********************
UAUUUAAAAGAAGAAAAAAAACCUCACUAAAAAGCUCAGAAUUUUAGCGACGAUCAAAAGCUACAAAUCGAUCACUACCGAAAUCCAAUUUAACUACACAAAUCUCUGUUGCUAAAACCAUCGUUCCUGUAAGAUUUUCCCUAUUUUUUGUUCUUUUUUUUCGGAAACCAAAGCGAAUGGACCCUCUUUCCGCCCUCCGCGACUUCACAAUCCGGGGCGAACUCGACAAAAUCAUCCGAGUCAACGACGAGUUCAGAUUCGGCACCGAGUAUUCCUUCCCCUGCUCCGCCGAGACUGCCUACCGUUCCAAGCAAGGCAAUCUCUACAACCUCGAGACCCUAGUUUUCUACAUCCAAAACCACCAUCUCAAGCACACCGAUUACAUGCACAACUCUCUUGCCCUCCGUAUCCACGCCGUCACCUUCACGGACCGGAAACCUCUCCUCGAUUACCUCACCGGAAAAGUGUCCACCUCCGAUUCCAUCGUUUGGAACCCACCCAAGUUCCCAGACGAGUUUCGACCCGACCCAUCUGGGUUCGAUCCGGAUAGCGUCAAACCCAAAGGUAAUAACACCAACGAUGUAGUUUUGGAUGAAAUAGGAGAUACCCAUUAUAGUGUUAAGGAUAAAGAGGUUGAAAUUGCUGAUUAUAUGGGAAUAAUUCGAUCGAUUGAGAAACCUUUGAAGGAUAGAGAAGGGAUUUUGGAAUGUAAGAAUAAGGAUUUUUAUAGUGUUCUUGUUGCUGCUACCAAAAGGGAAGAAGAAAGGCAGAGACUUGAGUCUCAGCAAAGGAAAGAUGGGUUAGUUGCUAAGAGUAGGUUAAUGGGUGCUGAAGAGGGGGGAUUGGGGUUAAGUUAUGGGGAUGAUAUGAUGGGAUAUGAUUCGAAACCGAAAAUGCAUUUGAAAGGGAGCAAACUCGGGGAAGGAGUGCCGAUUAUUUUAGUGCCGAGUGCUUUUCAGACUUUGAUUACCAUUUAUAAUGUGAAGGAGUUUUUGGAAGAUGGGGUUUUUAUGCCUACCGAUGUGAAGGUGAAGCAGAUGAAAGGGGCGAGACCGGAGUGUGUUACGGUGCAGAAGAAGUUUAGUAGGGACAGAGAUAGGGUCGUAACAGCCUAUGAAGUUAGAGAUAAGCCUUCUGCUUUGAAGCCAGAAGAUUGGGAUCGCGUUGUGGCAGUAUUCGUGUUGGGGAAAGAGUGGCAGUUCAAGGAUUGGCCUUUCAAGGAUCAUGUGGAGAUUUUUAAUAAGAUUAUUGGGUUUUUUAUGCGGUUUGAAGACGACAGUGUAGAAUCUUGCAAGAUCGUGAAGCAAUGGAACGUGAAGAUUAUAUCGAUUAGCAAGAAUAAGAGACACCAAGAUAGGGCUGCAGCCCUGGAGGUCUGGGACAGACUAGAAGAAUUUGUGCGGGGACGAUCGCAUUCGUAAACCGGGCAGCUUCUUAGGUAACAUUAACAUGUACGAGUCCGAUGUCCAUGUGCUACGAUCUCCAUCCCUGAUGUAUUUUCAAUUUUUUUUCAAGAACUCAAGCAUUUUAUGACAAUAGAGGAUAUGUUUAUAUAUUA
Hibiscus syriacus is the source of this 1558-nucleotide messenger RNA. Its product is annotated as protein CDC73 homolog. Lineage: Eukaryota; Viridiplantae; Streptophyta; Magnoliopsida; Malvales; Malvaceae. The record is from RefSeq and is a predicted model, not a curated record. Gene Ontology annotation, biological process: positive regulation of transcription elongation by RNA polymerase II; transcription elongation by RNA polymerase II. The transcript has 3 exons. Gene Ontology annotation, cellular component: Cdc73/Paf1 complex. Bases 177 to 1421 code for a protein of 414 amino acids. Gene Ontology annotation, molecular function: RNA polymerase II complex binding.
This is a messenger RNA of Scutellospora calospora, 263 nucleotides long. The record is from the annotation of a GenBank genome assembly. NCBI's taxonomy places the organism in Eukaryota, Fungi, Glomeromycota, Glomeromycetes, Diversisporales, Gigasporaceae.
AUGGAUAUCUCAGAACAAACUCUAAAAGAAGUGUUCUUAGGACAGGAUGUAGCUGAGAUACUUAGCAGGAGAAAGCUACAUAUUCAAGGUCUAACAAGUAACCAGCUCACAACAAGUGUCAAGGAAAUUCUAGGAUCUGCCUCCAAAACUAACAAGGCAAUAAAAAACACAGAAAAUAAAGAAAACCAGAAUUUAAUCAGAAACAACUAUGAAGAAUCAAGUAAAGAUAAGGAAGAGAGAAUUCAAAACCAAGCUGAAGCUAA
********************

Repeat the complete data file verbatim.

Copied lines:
UAUUUAAAAGAAGAAAAAAAACCUCACUAAAAAGCUCAGAAUUUUAGCGACGAUCAAAAGCUACAAAUCGAUCACUACCGAAAUCCAAUUUAACUACACAAAUCUCUGUUGCUAAAACCAUCGUUCCUGUAAGAUUUUCCCUAUUUUUUGUUCUUUUUUUUCGGAAACCAAAGCGAAUGGACCCUCUUUCCGCCCUCCGCGACUUCACAAUCCGGGGCGAACUCGACAAAAUCAUCCGAGUCAACGACGAGUUCAGAUUCGGCACCGAGUAUUCCUUCCCCUGCUCCGCCGAGACUGCCUACCGUUCCAAGCAAGGCAAUCUCUACAACCUCGAGACCCUAGUUUUCUACAUCCAAAACCACCAUCUCAAGCACACCGAUUACAUGCACAACUCUCUUGCCCUCCGUAUCCACGCCGUCACCUUCACGGACCGGAAACCUCUCCUCGAUUACCUCACCGGAAAAGUGUCCACCUCCGAUUCCAUCGUUUGGAACCCACCCAAGUUCCCAGACGAGUUUCGACCCGACCCAUCUGGGUUCGAUCCGGAUAGCGUCAAACCCAAAGGUAAUAACACCAACGAUGUAGUUUUGGAUGAAAUAGGAGAUACCCAUUAUAGUGUUAAGGAUAAAGAGGUUGAAAUUGCUGAUUAUAUGGGAAUAAUUCGAUCGAUUGAGAAACCUUUGAAGGAUAGAGAAGGGAUUUUGGAAUGUAAGAAUAAGGAUUUUUAUAGUGUUCUUGUUGCUGCUACCAAAAGGGAAGAAGAAAGGCAGAGACUUGAGUCUCAGCAAAGGAAAGAUGGGUUAGUUGCUAAGAGUAGGUUAAUGGGUGCUGAAGAGGGGGGAUUGGGGUUAAGUUAUGGGGAUGAUAUGAUGGGAUAUGAUUCGAAACCGAAAAUGCAUUUGAAAGGGAGCAAACUCGGGGAAGGAGUGCCGAUUAUUUUAGUGCCGAGUGCUUUUCAGACUUUGAUUACCAUUUAUAAUGUGAAGGAGUUUUUGGAAGAUGGGGUUUUUAUGCCUACCGAUGUGAAGGUGAAGCAGAUGAAAGGGGCGAGACCGGAGUGUGUUACGGUGCAGAAGAAGUUUAGUAGGGACAGAGAUAGGGUCGUAACAGCCUAUGAAGUUAGAGAUAAGCCUUCUGCUUUGAAGCCAGAAGAUUGGGAUCGCGUUGUGGCAGUAUUCGUGUUGGGGAAAGAGUGGCAGUUCAAGGAUUGGCCUUUCAAGGAUCAUGUGGAGAUUUUUAAUAAGAUUAUUGGGUUUUUUAUGCGGUUUGAAGACGACAGUGUAGAAUCUUGCAAGAUCGUGAAGCAAUGGAACGUGAAGAUUAUAUCGAUUAGCAAGAAUAAGAGACACCAAGAUAGGGCUGCAGCCCUGGAGGUCUGGGACAGACUAGAAGAAUUUGUGCGGGGACGAUCGCAUUCGUAAACCGGGCAGCUUCUUAGGUAACAUUAACAUGUACGAGUCCGAUGUCCAUGUGCUACGAUCUCCAUCCCUGAUGUAUUUUCAAUUUUUUUUCAAGAACUCAAGCAUUUUAUGACAAUAGAGGAUAUGUUUAUAUAUUA
Hibiscus syriacus is the source of this 1558-nucleotide messenger RNA. Its product is annotated as protein CDC73 homolog. Lineage: Eukaryota; Viridiplantae; Streptophyta; Magnoliopsida; Malvales; Malvaceae. The record is from RefSeq and is a predicted model, not a curated record. Gene Ontology annotation, biological process: positive regulation of transcription elongation by RNA polymerase II; transcription elongation by RNA polymerase II. The transcript has 3 exons. Gene Ontology annotation, cellular component: Cdc73/Paf1 complex. Bases 177 to 1421 code for a protein of 414 amino acids. Gene Ontology annotation, molecular function: RNA polymerase II complex binding.
This is a messenger RNA of Scutellospora calospora, 263 nucleotides long. The record is from the annotation of a GenBank genome assembly. NCBI's taxonomy places the organism in Eukaryota, Fungi, Glomeromycota, Glomeromycetes, Diversisporales, Gigasporaceae.
AUGGAUAUCUCAGAACAAACUCUAAAAGAAGUGUUCUUAGGACAGGAUGUAGCUGAGAUACUUAGCAGGAGAAAGCUACAUAUUCAAGGUCUAACAAGUAACCAGCUCACAACAAGUGUCAAGGAAAUUCUAGGAUCUGCCUCCAAAACUAACAAGGCAAUAAAAAACACAGAAAAUAAAGAAAACCAGAAUUUAAUCAGAAACAACUAUGAAGAAUCAAGUAAAGAUAAGGAAGAGAGAAUUCAAAACCAAGCUGAAGCUAA